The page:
|Title||Using Tickets to Enforce the Serializability of Multidatabase Transactions|
|Publication Type||Journal Article|
|Year of Publication||1994|
|Authors||Amit Sheth, D. Georgakopoulos, Marek Rusinkiewicz|
|Journal||IEEE Transactions on Data and Knowledge Engineering|
To enforce global serializability in a multidatabase environment the multidatabase transaction manager must take into account the indirect (transitive) conflicts between multidatabase transactions caused by local transactions. Such conflicts are difficult to resolve because the behavior or even the existence of local transactions is not known to the multidatabase system. To overcome these difficulties, we propose to incorporate additional data manipulation operations in the subtransactions of each multidatabase transaction. We show that if these operations create direct conflicts between subtransactions at each participating local database system, indirect conflicts can be resolved even if the multidatabase system is not aware of their existence. Based on this approach, we introduce optimistic and conservative multidatabase transaction management methods that require the local database systems to assure only local serializability. The proposed methods do not violate the autonomy of the local database systems and guarantee global serializability by preventing multidatabase transactions from being serialized in different ways at the participating database systems. Refinements of these methods are also proposed for multidatabase environments where the participating database systems allow schedules that are cascadeless or transactions have analogous execution and serialization orders. In particular, we show that forced local conflicts can be eliminated in rigorous local systems, local cascadelessness simplies the design of a global scheduler and that local strictness offers no significant advantages over cascadelessness.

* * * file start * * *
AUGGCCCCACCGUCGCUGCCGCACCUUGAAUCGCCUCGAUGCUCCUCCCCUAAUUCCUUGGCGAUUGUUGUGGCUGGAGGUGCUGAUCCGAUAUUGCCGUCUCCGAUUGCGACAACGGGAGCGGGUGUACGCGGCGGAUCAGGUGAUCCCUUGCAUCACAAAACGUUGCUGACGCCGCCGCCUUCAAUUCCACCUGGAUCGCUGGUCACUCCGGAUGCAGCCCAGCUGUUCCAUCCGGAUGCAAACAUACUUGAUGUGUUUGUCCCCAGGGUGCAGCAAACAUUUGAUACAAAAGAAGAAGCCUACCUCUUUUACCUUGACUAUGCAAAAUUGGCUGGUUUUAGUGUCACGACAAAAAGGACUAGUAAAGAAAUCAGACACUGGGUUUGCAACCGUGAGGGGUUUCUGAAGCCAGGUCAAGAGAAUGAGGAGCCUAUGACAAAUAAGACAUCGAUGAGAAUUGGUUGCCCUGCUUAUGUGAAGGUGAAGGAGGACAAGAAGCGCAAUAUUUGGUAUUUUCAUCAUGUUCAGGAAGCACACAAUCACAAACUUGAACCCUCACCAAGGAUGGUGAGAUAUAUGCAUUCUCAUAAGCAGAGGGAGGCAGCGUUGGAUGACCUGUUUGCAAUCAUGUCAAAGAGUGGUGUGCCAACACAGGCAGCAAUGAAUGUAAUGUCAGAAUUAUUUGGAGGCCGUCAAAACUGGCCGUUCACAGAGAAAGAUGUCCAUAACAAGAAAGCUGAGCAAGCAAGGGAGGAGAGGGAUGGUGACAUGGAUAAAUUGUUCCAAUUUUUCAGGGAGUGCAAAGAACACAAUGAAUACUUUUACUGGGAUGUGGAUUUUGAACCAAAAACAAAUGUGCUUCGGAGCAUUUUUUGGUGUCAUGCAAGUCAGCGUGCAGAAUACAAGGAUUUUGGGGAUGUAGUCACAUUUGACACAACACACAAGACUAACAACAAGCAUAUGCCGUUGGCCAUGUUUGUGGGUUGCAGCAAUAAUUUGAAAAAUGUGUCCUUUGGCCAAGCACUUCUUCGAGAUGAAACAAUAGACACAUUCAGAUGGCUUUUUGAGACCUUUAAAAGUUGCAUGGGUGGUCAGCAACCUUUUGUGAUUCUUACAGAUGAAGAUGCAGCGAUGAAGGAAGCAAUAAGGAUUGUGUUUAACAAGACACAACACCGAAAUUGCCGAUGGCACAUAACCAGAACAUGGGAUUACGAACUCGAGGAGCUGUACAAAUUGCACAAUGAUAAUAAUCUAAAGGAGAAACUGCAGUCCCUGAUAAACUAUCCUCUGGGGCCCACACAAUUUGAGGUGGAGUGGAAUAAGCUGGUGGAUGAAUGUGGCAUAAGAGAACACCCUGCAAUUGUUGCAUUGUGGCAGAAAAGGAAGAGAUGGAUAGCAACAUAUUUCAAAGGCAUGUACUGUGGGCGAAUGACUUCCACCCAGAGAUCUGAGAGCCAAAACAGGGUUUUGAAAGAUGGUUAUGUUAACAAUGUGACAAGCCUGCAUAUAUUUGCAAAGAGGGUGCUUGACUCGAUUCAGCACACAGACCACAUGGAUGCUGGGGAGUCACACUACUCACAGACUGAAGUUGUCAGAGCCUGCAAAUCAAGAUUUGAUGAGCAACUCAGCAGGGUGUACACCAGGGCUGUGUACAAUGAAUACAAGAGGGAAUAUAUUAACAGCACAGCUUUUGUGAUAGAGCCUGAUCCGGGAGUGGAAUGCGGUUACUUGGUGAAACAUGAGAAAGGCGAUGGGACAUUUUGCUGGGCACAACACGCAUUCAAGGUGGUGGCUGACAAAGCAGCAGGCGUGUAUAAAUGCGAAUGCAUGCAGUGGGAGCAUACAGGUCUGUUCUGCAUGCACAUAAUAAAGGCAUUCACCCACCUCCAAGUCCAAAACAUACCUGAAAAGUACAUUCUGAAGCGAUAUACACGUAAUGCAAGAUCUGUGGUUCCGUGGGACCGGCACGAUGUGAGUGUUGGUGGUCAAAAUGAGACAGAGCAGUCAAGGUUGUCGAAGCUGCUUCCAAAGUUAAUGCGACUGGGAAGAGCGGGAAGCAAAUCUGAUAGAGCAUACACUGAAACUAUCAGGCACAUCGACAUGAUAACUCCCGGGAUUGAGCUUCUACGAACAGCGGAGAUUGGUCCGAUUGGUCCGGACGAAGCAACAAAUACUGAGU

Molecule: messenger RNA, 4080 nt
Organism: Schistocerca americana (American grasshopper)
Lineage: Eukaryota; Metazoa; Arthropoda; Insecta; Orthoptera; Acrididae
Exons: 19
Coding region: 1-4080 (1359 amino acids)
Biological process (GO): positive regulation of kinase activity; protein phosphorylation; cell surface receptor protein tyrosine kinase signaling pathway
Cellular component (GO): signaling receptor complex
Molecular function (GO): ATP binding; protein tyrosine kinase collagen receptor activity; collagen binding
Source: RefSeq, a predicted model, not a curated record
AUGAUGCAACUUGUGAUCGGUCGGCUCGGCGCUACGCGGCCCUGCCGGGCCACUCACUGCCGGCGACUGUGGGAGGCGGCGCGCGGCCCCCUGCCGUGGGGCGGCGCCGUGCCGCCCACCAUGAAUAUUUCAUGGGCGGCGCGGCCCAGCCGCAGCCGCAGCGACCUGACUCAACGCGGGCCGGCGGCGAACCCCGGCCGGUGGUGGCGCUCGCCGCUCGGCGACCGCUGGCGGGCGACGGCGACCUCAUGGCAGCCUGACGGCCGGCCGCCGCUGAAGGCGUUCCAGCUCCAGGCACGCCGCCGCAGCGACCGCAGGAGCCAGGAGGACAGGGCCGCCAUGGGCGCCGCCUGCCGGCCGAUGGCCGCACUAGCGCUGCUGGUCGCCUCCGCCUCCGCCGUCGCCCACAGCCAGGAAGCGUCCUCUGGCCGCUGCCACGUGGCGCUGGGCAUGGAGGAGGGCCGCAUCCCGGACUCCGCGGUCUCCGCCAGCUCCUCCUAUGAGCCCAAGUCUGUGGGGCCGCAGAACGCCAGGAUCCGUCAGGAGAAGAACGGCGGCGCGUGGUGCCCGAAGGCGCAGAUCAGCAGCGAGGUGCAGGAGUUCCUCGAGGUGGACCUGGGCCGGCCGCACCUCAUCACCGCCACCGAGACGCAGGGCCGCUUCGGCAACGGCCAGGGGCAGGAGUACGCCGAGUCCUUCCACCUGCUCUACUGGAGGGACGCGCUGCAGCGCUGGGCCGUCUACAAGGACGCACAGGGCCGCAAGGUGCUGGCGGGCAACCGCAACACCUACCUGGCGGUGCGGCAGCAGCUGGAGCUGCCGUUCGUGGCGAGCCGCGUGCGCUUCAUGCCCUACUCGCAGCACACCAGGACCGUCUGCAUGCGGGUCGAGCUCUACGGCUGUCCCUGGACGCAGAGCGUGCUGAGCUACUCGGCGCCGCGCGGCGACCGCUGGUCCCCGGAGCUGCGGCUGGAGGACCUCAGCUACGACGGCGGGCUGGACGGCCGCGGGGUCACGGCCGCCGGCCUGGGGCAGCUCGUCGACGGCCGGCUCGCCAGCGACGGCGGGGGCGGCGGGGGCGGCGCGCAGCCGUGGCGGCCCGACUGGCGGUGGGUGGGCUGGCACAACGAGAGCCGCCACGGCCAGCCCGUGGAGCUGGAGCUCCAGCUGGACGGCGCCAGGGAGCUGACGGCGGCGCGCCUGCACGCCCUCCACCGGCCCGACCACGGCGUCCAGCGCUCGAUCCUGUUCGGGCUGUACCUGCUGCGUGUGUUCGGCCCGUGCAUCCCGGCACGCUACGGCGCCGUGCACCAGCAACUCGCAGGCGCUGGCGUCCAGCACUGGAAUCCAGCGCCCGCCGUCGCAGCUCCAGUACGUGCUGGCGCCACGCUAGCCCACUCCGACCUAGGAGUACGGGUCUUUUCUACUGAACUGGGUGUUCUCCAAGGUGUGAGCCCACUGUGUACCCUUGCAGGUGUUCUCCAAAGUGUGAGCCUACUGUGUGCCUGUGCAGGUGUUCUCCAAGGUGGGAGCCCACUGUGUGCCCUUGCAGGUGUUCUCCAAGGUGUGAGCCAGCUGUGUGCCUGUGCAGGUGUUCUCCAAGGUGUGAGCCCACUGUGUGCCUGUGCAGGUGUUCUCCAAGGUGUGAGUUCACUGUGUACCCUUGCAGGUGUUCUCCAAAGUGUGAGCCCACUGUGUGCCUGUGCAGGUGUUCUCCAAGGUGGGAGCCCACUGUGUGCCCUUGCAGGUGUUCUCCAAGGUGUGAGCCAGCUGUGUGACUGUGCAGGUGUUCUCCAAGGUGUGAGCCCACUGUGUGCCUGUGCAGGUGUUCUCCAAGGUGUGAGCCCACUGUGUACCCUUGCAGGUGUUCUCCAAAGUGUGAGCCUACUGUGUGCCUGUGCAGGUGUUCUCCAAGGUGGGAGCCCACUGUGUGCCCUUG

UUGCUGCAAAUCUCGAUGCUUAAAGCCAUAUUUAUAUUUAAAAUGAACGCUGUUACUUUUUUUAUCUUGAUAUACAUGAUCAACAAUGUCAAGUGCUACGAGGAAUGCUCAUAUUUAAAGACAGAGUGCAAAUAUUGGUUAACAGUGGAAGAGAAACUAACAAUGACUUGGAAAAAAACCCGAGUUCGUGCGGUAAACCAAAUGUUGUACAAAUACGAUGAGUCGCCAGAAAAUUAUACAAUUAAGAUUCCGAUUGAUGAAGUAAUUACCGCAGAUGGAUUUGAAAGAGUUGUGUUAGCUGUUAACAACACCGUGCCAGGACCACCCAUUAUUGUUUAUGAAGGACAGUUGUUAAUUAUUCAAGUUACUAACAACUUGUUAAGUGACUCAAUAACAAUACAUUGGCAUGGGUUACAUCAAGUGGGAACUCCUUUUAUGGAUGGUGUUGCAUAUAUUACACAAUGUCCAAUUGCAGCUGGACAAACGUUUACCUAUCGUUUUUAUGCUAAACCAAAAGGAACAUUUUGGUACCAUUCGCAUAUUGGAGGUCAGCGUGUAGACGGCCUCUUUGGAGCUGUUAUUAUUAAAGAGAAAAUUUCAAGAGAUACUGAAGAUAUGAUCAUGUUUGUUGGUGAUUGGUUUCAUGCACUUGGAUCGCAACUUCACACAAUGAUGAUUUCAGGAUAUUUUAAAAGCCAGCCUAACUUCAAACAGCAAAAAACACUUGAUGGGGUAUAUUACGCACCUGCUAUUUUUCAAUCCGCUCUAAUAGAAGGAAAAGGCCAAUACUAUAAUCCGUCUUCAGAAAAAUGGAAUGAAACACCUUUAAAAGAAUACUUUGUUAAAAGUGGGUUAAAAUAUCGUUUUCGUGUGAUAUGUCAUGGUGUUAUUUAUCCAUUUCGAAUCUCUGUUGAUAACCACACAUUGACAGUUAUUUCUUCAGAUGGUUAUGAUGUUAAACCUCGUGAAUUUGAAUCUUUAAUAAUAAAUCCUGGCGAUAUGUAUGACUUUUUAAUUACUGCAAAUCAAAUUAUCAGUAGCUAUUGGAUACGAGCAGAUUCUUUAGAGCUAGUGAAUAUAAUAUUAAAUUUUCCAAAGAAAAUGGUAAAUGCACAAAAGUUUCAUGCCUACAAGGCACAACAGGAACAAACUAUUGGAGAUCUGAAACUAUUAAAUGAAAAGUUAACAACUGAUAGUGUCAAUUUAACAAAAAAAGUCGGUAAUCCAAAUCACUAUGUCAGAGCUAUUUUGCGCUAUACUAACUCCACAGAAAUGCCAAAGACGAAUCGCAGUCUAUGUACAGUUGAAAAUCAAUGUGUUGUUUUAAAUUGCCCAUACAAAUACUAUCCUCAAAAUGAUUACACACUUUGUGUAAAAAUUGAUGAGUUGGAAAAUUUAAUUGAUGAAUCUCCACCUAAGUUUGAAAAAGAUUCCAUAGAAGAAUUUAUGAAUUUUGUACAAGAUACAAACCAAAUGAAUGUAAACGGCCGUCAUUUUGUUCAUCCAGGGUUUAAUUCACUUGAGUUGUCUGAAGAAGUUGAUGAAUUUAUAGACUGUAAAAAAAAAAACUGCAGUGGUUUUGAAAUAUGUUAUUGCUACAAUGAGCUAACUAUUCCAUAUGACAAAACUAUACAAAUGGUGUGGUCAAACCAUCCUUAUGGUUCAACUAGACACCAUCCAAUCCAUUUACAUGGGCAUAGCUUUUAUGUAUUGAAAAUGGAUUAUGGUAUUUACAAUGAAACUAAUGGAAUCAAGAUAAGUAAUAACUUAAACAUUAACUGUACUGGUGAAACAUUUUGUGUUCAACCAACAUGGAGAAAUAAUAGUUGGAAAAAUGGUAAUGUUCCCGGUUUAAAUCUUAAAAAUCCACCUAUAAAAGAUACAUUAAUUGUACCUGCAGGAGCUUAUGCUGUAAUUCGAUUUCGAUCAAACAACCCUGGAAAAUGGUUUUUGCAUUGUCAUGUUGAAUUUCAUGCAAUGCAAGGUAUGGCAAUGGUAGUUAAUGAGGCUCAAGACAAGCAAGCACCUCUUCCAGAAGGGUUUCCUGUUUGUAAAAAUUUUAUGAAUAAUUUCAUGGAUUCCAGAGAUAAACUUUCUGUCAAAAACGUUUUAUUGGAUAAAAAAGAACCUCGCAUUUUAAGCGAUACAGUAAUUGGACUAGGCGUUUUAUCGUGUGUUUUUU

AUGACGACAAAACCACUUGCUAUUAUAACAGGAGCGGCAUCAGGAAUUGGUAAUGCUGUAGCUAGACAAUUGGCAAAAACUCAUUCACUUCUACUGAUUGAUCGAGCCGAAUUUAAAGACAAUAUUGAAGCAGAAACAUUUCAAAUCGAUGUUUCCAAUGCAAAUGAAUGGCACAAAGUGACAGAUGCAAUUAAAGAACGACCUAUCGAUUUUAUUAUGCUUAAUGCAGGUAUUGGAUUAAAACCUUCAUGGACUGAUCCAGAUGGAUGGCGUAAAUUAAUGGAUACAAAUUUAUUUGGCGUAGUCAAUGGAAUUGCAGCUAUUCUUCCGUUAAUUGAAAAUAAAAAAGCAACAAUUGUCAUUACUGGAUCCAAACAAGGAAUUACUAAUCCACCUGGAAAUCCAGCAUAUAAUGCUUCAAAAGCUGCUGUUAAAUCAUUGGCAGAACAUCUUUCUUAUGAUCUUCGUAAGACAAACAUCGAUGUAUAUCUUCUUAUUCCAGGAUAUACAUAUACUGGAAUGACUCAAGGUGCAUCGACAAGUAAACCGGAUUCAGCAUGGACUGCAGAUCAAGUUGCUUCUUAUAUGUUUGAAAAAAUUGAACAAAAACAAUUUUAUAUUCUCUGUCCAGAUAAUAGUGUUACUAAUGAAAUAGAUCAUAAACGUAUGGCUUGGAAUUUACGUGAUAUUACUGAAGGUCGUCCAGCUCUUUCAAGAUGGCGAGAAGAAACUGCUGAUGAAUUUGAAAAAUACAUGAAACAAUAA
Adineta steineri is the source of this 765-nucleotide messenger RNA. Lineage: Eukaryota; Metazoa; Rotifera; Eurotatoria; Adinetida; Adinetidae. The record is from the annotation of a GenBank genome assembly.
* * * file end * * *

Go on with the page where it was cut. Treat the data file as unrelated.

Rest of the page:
|Full Text|| |
D. Georgakopoulos, M. Rusinkiewicz, and A. Sheth, 'Using Tickets to Enforce the Serializability of Multidatabase Transactions,' IEEE Transactions on Data and Knowledge Engineering 6 (no. 1), February 1994, pp. 166-180.
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